It is the same as when you are photographing people. You can make a person look really skinny, with a long, thin face, depending on how the light is – or you can make them look very fat. We try to control that. Of course, you can only control it to a degree. It is very important that we always do full scale models and do them outside in natural light, because that is real life.

There are two types of light which we consider: there is natural light and shadow, and then there is what we call highlights, which is what we use to make sure a surface does what we want it to do, and that it is correct in our view. We have long, thin rows of neon lights in the modeling studio. We model the car, then we either put foil on it or we wet it down, and then you can see these highlights running, and if the highlights wobble, then you know the surface is wobbling. Then you need to fill the surface in a little bit; that is a very long process. You need very good clay modelers to do that final work. You can do some of it virtually, but you always need to mill the design out, and then you have hand modelers check the form and again, change it.

Any time you change a surface, it has an impact – it’s like a domino effect. That line or that form ends up somewhere, in the front or the rear, or in the top or the bottom. This is why it takes a lot of time to make the final surfaces of the car.


Photo courtesy Aston Martin


Sometimes you will change it again, if you add some detail – even some cut lines. What many people know is that if you look at some cars, the trunk or the hood are lower [than the adjacent body panel] by a half a millimeter, so we don’t get what we call the “letterbox effect,” where when you look at a cut line, you can see in through it. On some cars, you can see a pronounced letterbox effect, and you just accept it as part of the design line. Those are the two things you work on with the exterior, along with lines and graphics.

On the interior, color and material are very important. There, you are thinking about whether a component is a soft part or a hard part – that obviously makes a difference. Then you think about what type of materials you want to integrate into this interior. If you are doing an Aston Martin, you know you want to integrate wood. I thought a lot about how to integrate the wood and not make it look like an appliqué, like it’s just glued on at the last moment. The same with metal parts – we wanted to use metal in the right places. And we knew we were going to use carpet in certain areas, and there’s the question of how far do you take the carpet.


Photo courtesy Aston Martin


One of the things I wanted to change – which is just a detail, really – is that I wanted to get away from having carpet on the doors. I felt it was really ridiculous to have carpet on the doors, just because a lot of people kick the door. I thought, “this is an Aston Martin, this is a high quality car, and the interior is like an expensive leather couch.” You don’t put a carpet patch on an expensive Italian leather couch at home because somebody might kick it. You clean it after, or you make sure they don’t kick it. So, there is no carpet on the doors of the DB9. This was an important thing to take out.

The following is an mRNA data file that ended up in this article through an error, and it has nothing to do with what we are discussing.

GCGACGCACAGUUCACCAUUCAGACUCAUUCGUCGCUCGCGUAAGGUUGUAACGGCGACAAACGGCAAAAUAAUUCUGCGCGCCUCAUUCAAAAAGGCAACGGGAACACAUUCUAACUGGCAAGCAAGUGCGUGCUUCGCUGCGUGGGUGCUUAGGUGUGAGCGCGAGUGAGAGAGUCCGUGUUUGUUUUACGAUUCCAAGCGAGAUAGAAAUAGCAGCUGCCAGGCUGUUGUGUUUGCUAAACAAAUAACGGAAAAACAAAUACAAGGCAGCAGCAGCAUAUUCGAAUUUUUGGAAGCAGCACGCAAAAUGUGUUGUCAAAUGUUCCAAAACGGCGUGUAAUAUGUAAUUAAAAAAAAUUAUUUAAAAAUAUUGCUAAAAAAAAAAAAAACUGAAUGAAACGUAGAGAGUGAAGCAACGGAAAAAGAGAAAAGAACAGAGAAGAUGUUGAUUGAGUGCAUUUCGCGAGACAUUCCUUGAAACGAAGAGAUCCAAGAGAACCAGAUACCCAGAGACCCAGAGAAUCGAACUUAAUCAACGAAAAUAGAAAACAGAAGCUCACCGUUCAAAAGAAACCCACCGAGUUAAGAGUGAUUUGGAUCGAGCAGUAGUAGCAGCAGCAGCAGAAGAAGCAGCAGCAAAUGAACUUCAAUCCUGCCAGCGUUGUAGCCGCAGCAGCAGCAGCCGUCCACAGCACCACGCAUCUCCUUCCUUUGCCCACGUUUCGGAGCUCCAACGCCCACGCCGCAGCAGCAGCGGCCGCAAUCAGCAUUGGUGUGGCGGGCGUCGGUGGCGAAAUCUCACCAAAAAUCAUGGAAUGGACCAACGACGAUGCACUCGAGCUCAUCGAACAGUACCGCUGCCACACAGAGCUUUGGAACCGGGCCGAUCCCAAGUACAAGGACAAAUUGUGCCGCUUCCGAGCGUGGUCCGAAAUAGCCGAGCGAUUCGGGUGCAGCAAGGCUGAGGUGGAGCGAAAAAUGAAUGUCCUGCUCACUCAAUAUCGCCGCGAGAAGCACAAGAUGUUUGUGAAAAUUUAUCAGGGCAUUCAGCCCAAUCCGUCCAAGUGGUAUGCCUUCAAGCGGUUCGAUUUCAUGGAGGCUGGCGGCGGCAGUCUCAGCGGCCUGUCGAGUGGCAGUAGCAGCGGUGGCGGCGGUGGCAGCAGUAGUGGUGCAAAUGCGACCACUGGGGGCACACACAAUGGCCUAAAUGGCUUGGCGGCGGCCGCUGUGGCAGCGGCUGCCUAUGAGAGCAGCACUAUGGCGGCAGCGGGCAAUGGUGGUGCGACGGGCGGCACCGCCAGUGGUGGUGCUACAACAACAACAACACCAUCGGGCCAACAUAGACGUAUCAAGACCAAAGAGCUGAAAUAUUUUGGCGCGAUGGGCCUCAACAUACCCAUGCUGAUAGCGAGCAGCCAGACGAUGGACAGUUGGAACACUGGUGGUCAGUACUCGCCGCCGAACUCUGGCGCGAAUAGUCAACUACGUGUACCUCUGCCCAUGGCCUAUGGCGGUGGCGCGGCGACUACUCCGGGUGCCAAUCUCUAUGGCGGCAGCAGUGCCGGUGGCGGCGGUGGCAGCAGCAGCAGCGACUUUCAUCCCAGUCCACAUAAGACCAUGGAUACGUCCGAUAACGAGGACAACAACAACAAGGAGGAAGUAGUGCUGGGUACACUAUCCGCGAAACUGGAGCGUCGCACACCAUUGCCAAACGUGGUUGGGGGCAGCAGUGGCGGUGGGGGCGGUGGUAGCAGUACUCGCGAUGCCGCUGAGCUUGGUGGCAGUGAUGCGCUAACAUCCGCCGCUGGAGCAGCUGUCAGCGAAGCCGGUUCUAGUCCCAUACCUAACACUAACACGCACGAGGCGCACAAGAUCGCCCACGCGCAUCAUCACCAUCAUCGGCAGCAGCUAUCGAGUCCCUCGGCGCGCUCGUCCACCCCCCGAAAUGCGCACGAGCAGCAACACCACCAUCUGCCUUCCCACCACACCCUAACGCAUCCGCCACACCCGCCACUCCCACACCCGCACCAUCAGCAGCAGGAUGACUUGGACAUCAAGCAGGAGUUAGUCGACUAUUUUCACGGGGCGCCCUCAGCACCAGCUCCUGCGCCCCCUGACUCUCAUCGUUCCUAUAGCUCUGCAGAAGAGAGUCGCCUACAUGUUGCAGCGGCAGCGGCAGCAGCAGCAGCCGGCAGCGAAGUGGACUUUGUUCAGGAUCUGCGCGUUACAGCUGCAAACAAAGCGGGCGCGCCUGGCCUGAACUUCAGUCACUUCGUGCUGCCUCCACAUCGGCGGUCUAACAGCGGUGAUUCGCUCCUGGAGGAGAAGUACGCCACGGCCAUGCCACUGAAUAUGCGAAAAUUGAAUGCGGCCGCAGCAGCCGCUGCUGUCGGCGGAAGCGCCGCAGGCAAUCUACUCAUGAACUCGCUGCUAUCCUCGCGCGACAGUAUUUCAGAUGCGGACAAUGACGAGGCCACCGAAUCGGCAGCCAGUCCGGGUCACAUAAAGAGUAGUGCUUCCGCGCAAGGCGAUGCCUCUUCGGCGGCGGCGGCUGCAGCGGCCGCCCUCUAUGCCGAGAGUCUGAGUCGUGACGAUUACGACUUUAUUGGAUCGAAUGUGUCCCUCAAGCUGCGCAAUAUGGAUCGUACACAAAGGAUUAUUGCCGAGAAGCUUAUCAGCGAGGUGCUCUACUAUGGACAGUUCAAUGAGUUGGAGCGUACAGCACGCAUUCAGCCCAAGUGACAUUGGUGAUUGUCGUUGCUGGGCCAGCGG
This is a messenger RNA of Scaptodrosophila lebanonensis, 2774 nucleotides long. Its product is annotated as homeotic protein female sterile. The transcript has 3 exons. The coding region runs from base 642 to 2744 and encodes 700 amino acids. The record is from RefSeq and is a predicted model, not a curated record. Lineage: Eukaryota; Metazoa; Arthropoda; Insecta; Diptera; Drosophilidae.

You do think about these things; some of them are obvious, and some of them are not so obvious. But one of the things you want to achieve, I think, is when you do the focus groups or when you have people looking at cars, you want to achieve that the first gut feel from a person is that when they look at the outside or the inside of the car, the person says: “wow, this car is beautiful.” And I think the pure beauty is slightly more with the exterior.

I think with the interior, it is more important to achieve a reaction like “wow, I like being here, it feels really good. I like all the details.” In the interior, you might pick out more details which are beautiful, but immediately when you see it you should be impressed with the quality. In the past, I think there was a tendency to do really “swoopy” interiors, so that you get sort of the same feeling as the exterior, like “wow, this thing is sexy!” But I think that it is hard to make an interior sexy in the same way that an exterior shape is sexy. What you really want to achieve with an interior is that you get in and you feel good. Then you start looking at the details and you say “wow that’s amazing! Whoa, this is amazing!” With the exterior, we will never get away from the goal reaction of “wow, this is beautiful. It attracts me.”

Of course, there are several levels of that. It makes a big difference whether you are considering a sports car or a sedan or a station wagon or a minivan or a compact car – there are several levels of that wow effect. If you are realistic, I think you have to say the “wow, it’s beautiful” effect goes in a slightly different direction depending on what car it is. You might achieve that “wow” effect with some sort of dramatic design that does not achieve beauty. You know when you are working on the car that, based on the proportions of the car, it’s impossible to create a real “wow” effect in terms of beauty.